I had also looked into working at a library or bookstore, but Covid shut those down. I would have been interested in working at a local university as an advisor for the dual enrollment program, but Covid put a damper on that, too. I was able to get the job with home health because it's considered essential during the pandemic, and they're always in need of good workers. 

My main advice would be to give yourself time to figure it out. Don't put too much pressure on yourself to figure it out right away. You need to "de-school" a little bit yourself. Enjoy the journey!

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I guess I'm not entirely clueless, but my plan is called something like homeschool to elder care and death doula then decide.

I felt so pleased for a few months this winter when I thought I had decided: I would open a forest kindergarten at my home.  I like littles, I'm a Maine Master Naturalist, I have a big yard and garden that connects to a woods, and there's a real need for child care here.  I started a program through Antioch for a grad certificate, and DH and kids were fully on board.  I called up a friend who has a place-based private school nearby and lo and behold, she said they were opening their forest kindergarten program this fall.  So I paused, and also realized that I've made a commitment to caring for my mother and have literally asked her to hold on until youngest graduates in 18 months.  She is 92 and is aging in place, my sisters and I all rotate visiting and caring for her but she will eventually need me to live there.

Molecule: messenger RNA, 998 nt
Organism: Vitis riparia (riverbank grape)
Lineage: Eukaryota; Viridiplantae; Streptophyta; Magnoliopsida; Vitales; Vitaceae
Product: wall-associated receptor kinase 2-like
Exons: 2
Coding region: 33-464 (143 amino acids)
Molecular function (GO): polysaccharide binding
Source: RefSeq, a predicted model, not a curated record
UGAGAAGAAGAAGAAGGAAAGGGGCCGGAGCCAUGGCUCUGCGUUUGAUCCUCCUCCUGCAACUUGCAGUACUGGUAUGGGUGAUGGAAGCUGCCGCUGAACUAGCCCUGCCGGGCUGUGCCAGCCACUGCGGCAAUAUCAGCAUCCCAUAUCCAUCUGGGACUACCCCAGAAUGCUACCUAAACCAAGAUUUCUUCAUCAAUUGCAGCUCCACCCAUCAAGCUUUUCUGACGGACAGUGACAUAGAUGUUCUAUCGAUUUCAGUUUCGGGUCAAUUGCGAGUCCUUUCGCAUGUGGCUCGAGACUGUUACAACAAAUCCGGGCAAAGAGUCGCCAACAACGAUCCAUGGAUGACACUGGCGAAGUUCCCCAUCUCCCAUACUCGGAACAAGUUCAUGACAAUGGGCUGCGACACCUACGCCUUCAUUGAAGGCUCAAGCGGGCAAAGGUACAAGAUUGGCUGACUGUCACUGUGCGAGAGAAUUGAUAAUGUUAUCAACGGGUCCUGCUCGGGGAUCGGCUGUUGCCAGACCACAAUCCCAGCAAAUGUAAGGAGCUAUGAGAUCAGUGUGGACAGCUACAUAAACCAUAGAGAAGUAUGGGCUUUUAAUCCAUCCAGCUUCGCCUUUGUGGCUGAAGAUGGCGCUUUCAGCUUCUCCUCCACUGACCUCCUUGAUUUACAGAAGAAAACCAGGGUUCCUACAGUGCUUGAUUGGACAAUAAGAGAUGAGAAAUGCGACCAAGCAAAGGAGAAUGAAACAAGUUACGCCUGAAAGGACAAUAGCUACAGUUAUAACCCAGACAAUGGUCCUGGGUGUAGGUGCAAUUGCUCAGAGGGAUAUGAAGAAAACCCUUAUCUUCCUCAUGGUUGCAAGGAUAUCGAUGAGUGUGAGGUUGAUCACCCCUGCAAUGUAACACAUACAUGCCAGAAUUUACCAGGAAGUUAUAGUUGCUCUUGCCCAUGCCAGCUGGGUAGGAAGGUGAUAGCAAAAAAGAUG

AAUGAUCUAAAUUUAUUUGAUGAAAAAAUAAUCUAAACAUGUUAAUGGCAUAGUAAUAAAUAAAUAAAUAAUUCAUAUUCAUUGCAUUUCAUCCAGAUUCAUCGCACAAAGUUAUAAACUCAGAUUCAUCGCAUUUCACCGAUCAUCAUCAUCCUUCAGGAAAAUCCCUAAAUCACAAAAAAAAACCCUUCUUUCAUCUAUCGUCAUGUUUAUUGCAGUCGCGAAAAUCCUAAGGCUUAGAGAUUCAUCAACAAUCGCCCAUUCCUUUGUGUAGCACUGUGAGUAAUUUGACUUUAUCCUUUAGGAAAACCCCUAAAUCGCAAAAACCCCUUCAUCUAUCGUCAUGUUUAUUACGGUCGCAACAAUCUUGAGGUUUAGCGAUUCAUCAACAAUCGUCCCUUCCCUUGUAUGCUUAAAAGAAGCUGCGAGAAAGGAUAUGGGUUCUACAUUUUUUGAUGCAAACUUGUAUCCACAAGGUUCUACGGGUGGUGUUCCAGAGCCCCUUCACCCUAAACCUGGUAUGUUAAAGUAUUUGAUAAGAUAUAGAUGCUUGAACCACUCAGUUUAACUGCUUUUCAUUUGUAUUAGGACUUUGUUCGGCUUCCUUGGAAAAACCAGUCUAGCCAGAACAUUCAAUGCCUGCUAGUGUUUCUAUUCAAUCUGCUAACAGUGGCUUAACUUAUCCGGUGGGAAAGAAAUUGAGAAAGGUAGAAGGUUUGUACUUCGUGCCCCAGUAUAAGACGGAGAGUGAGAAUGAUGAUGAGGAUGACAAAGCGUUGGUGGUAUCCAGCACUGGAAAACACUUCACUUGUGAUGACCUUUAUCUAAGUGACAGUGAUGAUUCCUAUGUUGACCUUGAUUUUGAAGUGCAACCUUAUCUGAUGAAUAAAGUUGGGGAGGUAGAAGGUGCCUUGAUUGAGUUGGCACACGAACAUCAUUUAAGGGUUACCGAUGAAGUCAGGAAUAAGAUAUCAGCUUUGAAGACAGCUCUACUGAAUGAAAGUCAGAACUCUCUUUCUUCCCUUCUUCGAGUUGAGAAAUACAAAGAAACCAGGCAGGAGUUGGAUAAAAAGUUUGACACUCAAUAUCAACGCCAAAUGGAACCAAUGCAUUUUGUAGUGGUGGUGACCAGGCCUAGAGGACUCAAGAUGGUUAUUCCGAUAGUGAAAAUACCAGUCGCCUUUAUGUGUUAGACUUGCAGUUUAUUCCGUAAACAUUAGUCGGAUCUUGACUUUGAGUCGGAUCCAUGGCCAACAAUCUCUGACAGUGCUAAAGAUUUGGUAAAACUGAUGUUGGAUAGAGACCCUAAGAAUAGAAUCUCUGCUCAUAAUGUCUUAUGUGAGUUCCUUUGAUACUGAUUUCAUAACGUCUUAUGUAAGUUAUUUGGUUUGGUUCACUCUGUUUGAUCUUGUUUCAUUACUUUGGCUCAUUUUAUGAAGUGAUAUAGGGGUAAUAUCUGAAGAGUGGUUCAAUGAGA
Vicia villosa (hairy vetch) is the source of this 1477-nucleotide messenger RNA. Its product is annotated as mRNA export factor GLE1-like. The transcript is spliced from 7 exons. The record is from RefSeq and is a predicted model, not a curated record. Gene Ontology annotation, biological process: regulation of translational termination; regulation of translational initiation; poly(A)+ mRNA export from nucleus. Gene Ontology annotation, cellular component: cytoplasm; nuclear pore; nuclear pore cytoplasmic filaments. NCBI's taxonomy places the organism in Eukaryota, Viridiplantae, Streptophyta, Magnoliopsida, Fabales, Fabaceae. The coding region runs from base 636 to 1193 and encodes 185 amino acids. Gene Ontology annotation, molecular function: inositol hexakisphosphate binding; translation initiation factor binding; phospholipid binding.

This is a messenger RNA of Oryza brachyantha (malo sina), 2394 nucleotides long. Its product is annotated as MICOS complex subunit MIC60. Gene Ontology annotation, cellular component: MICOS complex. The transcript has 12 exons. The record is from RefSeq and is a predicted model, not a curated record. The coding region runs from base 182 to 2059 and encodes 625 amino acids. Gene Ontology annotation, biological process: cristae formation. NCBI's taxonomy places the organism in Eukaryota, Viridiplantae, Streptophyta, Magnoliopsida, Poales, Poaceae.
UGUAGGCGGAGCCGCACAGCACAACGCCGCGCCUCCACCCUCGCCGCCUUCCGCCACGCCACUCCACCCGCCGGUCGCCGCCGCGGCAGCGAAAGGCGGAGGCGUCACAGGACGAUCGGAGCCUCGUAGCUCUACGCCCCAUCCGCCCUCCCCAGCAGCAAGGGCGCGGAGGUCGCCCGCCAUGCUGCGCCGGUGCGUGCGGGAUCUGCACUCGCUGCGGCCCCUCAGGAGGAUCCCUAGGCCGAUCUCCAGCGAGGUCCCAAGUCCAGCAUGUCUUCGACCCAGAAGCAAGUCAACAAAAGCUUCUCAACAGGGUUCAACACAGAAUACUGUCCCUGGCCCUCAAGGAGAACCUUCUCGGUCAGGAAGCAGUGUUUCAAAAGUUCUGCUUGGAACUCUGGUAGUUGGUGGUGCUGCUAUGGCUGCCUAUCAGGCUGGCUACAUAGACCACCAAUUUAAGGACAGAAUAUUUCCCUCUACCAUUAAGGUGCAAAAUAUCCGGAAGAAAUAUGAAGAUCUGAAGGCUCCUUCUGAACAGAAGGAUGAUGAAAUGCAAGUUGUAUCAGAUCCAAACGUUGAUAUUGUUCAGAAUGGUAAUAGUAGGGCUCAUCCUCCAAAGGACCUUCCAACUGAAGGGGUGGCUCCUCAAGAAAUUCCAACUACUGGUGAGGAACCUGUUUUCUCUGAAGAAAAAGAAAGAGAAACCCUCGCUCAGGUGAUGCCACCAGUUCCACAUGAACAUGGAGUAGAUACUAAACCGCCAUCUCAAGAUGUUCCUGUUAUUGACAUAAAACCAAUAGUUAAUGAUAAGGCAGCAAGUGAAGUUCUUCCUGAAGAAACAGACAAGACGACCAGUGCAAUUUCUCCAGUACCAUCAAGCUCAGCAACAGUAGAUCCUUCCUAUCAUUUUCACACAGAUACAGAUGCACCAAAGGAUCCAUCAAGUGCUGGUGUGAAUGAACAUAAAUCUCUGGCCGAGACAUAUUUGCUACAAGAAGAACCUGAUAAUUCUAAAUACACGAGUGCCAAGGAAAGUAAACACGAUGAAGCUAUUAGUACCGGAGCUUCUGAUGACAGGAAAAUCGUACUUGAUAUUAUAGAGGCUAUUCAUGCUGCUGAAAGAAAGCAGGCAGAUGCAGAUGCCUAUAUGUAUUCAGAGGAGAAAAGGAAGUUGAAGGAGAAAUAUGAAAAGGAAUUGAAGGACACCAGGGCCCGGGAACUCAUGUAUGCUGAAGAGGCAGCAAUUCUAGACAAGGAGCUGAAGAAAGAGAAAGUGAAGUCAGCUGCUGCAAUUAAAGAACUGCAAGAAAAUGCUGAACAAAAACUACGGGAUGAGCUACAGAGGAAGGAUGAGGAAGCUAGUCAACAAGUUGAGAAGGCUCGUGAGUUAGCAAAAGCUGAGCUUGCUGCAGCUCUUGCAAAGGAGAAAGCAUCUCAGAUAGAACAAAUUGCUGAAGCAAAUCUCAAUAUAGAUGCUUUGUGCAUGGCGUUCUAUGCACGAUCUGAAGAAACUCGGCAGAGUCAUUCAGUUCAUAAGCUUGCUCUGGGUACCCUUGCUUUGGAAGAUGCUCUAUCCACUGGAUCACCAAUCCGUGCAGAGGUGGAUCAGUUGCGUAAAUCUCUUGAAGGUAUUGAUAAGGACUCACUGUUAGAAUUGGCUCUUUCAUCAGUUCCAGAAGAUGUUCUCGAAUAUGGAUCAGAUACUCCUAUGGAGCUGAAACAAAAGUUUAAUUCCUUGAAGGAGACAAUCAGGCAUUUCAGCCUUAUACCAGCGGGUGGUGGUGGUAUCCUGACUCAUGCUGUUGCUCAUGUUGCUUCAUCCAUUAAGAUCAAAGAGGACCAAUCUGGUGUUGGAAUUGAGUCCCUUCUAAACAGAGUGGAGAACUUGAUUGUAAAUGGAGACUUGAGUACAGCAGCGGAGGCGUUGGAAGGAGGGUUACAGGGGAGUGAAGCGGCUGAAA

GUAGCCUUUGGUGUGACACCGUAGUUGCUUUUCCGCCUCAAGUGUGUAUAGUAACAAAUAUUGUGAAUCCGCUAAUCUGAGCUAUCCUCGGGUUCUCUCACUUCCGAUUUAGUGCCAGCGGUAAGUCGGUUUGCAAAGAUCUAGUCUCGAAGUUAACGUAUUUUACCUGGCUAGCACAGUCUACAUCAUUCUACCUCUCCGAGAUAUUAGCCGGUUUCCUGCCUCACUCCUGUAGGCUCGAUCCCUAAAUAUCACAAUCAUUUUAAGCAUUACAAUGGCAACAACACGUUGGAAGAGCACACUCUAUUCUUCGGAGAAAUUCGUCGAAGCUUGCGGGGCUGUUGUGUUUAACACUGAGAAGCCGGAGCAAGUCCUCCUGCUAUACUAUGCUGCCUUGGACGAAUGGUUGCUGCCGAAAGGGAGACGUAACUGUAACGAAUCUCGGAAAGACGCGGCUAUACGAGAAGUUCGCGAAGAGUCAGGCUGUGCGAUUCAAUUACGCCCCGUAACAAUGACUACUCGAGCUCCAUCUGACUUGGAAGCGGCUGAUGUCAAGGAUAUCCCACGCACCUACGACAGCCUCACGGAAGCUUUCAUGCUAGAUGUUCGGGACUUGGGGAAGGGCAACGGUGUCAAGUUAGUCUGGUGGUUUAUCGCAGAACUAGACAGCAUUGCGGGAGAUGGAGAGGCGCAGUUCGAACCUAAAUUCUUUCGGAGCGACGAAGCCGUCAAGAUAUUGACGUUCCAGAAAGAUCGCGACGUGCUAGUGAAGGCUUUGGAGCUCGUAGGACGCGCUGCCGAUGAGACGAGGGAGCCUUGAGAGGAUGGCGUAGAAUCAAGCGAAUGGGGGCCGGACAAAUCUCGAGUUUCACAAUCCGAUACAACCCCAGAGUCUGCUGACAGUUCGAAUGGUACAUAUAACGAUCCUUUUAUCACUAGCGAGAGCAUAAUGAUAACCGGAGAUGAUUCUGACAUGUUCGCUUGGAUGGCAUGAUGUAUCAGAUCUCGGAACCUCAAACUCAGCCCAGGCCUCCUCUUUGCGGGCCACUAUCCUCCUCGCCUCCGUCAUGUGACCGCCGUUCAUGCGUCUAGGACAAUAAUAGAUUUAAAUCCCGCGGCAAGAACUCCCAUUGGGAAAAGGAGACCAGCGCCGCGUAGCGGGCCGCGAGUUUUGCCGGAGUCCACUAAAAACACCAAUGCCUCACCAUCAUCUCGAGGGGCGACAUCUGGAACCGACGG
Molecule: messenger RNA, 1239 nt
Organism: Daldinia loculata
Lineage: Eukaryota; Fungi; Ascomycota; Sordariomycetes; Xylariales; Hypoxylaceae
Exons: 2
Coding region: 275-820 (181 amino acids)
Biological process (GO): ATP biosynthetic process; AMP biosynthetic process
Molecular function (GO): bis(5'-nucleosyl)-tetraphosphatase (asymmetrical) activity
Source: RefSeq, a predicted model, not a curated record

The forest school is still appealing, but really my plan will be helping my mother in her last years.  My sister who is just a couple of years older than me has terminal cancer and I imagine I will also help her and her family through her death.